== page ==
The raw and wild power of the remote Auckland Islands


The more and more I travel the world, the more I’ve come to realize how much I value and adore going off the grid, voyaging to far shores few have been to and seeing places that barely exist on social media, if not at all.

Trust me; there are still so many spots out there.

These wild places beckon to me, they call to my soul, and they are the spots that fill my heart with pure joy, a joy I can’t even share because there definitely isn’t wifi around.

Does that sound like somewhere right up your alley? Or do you prefer to read about it from the comforts of home? No shaming whatsoever. As an ambitious adventurer full of fear, I devour plenty of stories that I would never in a million years attempt on my own. I get it.

Who doesn’t love a good story?

auckland islands travel

auckland islands travel

auckland islands travel

Last year over the Christmas holidays, which is summertime down in New Zealand where I live, I had the incredible opportunity to journey to the bottom of the world with Heritage Expeditions, back to the subantarctic, but this time on the Pacific side of the map – instead of from South America.

A Christchurch-based expedition company, Heritage Expeditions, and I go way back. These guys are badass. Pioneers in conservation tourism, they have been leading the charge over the past decade in responsibly sharing our precious places, encouraging us to be guardians of the natural world.

And I can safely say, there is nowhere better to see this than in the New Zealand subantarctic.

An introduction to New Zealand’s subantarctic islands


If you were to head south from the bottom of New Zealand’s South Island – past Stewart Island, many probably know that you’ll eventually end up in Antarctica.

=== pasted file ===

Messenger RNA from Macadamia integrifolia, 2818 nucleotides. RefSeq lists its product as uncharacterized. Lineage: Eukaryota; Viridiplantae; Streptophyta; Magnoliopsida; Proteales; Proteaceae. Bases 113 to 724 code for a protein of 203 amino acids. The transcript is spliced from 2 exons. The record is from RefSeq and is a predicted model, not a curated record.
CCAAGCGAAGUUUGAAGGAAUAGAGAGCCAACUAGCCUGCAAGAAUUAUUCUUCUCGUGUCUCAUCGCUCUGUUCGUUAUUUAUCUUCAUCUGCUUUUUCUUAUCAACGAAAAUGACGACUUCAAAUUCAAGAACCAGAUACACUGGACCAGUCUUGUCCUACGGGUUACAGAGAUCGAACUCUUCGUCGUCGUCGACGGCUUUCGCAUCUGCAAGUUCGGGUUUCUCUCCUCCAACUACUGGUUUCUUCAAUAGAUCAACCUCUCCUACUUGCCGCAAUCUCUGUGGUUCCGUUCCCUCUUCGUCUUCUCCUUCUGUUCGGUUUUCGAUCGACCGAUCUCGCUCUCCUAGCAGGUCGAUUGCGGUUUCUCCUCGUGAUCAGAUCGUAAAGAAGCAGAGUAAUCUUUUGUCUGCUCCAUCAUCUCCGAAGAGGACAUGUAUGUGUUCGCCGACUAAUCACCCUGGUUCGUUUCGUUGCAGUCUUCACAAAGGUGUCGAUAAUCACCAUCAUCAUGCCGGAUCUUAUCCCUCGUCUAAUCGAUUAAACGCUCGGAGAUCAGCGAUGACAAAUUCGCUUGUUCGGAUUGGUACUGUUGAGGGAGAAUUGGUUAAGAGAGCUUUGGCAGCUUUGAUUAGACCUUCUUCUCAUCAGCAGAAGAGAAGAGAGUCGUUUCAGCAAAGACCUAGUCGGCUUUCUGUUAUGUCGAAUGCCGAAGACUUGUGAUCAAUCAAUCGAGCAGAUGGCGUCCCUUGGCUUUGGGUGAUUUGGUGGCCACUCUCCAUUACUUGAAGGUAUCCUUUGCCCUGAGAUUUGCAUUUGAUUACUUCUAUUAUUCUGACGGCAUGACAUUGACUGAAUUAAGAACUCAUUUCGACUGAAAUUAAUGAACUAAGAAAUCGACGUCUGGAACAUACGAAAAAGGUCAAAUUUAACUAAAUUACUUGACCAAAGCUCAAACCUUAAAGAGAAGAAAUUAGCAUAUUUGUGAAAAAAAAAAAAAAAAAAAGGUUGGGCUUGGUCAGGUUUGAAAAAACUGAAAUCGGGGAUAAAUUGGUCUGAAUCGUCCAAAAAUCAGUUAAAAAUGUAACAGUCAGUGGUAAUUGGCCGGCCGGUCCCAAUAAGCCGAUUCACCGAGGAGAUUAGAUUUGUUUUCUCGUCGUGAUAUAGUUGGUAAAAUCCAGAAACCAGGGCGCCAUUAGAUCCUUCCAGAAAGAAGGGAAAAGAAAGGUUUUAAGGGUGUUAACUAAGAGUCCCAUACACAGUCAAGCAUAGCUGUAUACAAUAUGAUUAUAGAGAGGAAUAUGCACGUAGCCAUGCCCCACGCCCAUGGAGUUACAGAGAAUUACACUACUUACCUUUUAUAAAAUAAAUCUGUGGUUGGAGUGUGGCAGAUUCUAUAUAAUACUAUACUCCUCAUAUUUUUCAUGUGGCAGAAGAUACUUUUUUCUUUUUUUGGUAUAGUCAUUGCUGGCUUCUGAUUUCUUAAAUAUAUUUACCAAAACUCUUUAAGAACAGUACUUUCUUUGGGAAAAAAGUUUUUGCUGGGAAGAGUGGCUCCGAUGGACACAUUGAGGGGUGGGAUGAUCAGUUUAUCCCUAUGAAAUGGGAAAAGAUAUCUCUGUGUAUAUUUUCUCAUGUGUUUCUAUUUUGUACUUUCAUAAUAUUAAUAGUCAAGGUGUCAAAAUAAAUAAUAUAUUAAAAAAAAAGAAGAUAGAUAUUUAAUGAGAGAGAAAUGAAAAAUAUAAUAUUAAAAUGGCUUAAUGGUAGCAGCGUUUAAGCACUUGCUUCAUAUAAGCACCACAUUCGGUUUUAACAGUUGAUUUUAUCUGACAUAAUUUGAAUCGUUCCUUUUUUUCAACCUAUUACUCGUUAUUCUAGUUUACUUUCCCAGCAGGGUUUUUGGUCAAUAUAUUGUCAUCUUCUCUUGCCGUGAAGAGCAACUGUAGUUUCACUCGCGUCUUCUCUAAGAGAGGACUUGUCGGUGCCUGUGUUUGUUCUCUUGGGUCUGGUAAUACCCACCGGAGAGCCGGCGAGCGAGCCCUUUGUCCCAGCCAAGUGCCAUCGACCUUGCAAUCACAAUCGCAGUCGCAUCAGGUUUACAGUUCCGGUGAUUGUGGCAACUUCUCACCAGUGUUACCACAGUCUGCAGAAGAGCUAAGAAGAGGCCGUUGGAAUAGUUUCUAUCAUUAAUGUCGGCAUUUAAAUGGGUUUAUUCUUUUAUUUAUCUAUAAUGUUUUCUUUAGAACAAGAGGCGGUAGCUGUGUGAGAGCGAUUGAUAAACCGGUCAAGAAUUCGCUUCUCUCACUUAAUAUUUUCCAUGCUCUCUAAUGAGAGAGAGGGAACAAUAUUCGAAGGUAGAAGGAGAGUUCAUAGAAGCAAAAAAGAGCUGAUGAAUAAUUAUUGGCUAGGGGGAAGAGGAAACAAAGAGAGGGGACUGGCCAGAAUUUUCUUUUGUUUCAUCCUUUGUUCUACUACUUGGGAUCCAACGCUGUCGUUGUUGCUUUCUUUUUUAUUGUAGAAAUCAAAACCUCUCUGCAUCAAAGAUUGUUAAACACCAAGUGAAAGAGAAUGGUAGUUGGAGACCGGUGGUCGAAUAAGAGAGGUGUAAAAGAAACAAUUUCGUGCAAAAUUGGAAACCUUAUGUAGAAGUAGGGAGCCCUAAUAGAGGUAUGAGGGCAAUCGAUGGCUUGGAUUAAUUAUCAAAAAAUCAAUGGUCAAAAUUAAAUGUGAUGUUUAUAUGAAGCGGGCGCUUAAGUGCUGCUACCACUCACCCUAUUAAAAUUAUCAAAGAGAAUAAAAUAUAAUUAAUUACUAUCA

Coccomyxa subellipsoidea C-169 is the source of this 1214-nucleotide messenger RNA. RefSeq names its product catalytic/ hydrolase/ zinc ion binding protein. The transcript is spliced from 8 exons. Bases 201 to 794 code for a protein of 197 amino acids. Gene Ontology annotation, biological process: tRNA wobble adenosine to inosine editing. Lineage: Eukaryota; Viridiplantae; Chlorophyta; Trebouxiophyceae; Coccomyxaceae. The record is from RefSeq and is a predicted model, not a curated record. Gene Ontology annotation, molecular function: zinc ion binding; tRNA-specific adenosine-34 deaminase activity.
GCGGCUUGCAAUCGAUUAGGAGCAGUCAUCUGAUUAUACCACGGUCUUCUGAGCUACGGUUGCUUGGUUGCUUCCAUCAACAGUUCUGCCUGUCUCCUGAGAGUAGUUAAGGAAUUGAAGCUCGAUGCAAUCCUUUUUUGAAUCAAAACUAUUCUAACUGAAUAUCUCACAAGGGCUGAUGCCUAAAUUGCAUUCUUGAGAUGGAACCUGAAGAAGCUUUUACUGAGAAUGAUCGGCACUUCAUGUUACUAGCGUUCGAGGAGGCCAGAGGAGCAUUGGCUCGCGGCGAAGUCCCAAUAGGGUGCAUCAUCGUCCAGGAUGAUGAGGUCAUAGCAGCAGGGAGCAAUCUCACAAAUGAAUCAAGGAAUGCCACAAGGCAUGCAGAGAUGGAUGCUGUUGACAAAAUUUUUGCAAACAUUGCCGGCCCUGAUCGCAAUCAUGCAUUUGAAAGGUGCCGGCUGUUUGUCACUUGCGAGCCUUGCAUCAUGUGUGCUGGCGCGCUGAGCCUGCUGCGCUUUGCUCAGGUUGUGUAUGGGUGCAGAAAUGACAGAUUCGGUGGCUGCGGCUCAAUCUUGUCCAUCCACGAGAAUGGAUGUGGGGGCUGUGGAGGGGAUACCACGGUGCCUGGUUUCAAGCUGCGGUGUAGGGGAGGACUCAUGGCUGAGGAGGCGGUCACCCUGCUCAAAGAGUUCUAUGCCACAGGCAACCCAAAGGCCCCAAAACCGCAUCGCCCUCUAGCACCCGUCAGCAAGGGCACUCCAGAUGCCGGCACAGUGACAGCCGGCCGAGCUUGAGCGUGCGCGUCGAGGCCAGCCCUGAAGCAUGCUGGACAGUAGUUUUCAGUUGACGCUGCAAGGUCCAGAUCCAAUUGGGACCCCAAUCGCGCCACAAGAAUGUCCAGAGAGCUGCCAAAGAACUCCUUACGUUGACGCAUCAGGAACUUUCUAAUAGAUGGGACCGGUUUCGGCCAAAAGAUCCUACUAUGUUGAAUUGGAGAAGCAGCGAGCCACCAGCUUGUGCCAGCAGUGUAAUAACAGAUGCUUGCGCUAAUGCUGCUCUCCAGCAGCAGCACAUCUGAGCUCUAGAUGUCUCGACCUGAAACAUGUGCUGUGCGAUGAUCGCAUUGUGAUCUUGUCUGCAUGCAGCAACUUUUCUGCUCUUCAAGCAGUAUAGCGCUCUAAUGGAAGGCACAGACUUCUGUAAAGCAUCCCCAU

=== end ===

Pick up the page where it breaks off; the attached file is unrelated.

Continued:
But before landing on the icy white continent – you’ll first encounter a series of rugged, windswept, uninhabited desolate islands home to a lot of birds. Including the Auckland Islands travel here will blow your mind.

Many might find that description unappealing, but I can tell you, THEY ARE SO AMAZING! Wild weather? Rugged and remote? No people? All the birds?

Does it get any better than that? Don’t think so.

auckland islands travel

auckland islands travel

auckland islands travel

A few years ago, I traveled to South Georgia and the Falkland Islands, which are subantarctic islands on the South American side, and I felt with the profound and somewhat surprising revelation that I think I like the subantarctic islands better.

Why? Because for me, I enjoyed the wildlife there more. And it’s less white, less icy. I prefer the colors you see there, and it’s a place few ever visit.

Along with the Snares, Campbell Island, and Macquarie Island (Australian managed), on my trip south last year with Heritage Expeditions, we also visited the Auckland Islands – our trip was the Galapagos of the Subantarctic.

auckland islands travel

auckland islands travel

auckland islands travel

The Auckland Islands are roughly 465 kilometers due south of Bluff, where the ship departs from.

They are the largest of New Zealand’s subantarctic islands, with a combined area of 57,000 hectares or 220 square miles, according to Google – but don’t quote me on that. I have little to no comprehension of size and scale whatsoever.

The Auckland Islands are big but not that big, none of the subantarctic islands are enormous. I imagine this is because they are constantly battered by gale-force winds which have whittled them down – but that’s pure conjecture on my part.

Moving on!

auckland islands travel

auckland islands travel

auckland islands travel

The big-but-not-too-big Auckland Islands are home to a massive variety of plants and wildlife, as well as having a rich human history that failed spectacularly many times.

Leave it to the birds.

What’s cool is that the Auckland Islands is considered to be the furthest south wayfaring Polynesians traveled to, with evidence of ovens and middens on Enderby Island from the 13th to 14th centuries before disappearing.

In about 1842, a settlement of Māori and Mōriori tried to establish themselves here too.


You only have to spend about an hour down here to understand that the weather patterns are grim, grimmer, and less grim. In fact, there were so many shipwrecks down here, eventually castaway depots were left along with wild pigs to feed shipwrecked sailors until they could be rescued again.

Eventually, humans returned in the 19th century to decimate both the seal and whale populations, with attempted settlements that, surprise! Failed.

Only the pigs and pests survived.

auckland islands travel

auckland islands travel